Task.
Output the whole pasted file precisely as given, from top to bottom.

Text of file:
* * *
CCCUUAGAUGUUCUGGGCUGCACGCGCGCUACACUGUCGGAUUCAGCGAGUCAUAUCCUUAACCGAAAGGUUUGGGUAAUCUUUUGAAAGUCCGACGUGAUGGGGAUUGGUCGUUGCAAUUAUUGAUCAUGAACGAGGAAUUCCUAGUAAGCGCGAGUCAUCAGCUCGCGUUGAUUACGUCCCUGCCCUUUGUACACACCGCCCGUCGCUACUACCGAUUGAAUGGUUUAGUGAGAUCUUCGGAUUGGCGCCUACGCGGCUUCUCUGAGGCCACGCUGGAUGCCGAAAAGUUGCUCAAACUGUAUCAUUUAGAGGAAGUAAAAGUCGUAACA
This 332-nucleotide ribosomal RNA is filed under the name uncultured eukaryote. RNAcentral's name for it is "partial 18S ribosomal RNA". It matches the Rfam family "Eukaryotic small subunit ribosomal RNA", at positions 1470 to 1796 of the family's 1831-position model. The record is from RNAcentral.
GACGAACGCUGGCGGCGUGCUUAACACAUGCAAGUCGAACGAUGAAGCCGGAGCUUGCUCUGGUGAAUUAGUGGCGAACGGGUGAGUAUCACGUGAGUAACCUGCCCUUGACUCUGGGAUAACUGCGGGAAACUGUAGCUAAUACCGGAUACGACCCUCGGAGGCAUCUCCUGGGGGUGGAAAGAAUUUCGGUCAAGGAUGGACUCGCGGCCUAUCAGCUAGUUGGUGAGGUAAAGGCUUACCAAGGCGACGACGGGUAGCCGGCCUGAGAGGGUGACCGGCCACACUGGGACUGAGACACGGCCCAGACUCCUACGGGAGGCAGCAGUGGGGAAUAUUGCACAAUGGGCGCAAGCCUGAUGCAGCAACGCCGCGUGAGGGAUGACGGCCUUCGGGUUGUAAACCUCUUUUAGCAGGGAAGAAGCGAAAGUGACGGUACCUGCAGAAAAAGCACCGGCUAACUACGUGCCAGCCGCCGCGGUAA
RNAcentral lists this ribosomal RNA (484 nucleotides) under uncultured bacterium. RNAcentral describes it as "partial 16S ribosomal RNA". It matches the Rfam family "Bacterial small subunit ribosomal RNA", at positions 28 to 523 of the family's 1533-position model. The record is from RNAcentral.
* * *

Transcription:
CCCUUAGAUGUUCUGGGCUGCACGCGCGCUACACUGUCGGAUUCAGCGAGUCAUAUCCUUAACCGAAAGGUUUGGGUAAUCUUUUGAAAGUCCGACGUGAUGGGGAUUGGUCGUUGCAAUUAUUGAUCAUGAACGAGGAAUUCCUAGUAAGCGCGAGUCAUCAGCUCGCGUUGAUUACGUCCCUGCCCUUUGUACACACCGCCCGUCGCUACUACCGAUUGAAUGGUUUAGUGAGAUCUUCGGAUUGGCGCCUACGCGGCUUCUCUGAGGCCACGCUGGAUGCCGAAAAGUUGCUCAAACUGUAUCAUUUAGAGGAAGUAAAAGUCGUAACA
This 332-nucleotide ribosomal RNA is filed under the name uncultured eukaryote. RNAcentral's name for it is "partial 18S ribosomal RNA". It matches the Rfam family "Eukaryotic small subunit ribosomal RNA", at positions 1470 to 1796 of the family's 1831-position model. The record is from RNAcentral.
GACGAACGCUGGCGGCGUGCUUAACACAUGCAAGUCGAACGAUGAAGCCGGAGCUUGCUCUGGUGAAUUAGUGGCGAACGGGUGAGUAUCACGUGAGUAACCUGCCCUUGACUCUGGGAUAACUGCGGGAAACUGUAGCUAAUACCGGAUACGACCCUCGGAGGCAUCUCCUGGGGGUGGAAAGAAUUUCGGUCAAGGAUGGACUCGCGGCCUAUCAGCUAGUUGGUGAGGUAAAGGCUUACCAAGGCGACGACGGGUAGCCGGCCUGAGAGGGUGACCGGCCACACUGGGACUGAGACACGGCCCAGACUCCUACGGGAGGCAGCAGUGGGGAAUAUUGCACAAUGGGCGCAAGCCUGAUGCAGCAACGCCGCGUGAGGGAUGACGGCCUUCGGGUUGUAAACCUCUUUUAGCAGGGAAGAAGCGAAAGUGACGGUACCUGCAGAAAAAGCACCGGCUAACUACGUGCCAGCCGCCGCGGUAA
RNAcentral lists this ribosomal RNA (484 nucleotides) under uncultured bacterium. RNAcentral describes it as "partial 16S ribosomal RNA". It matches the Rfam family "Bacterial small subunit ribosomal RNA", at positions 28 to 523 of the family's 1533-position model. The record is from RNAcentral.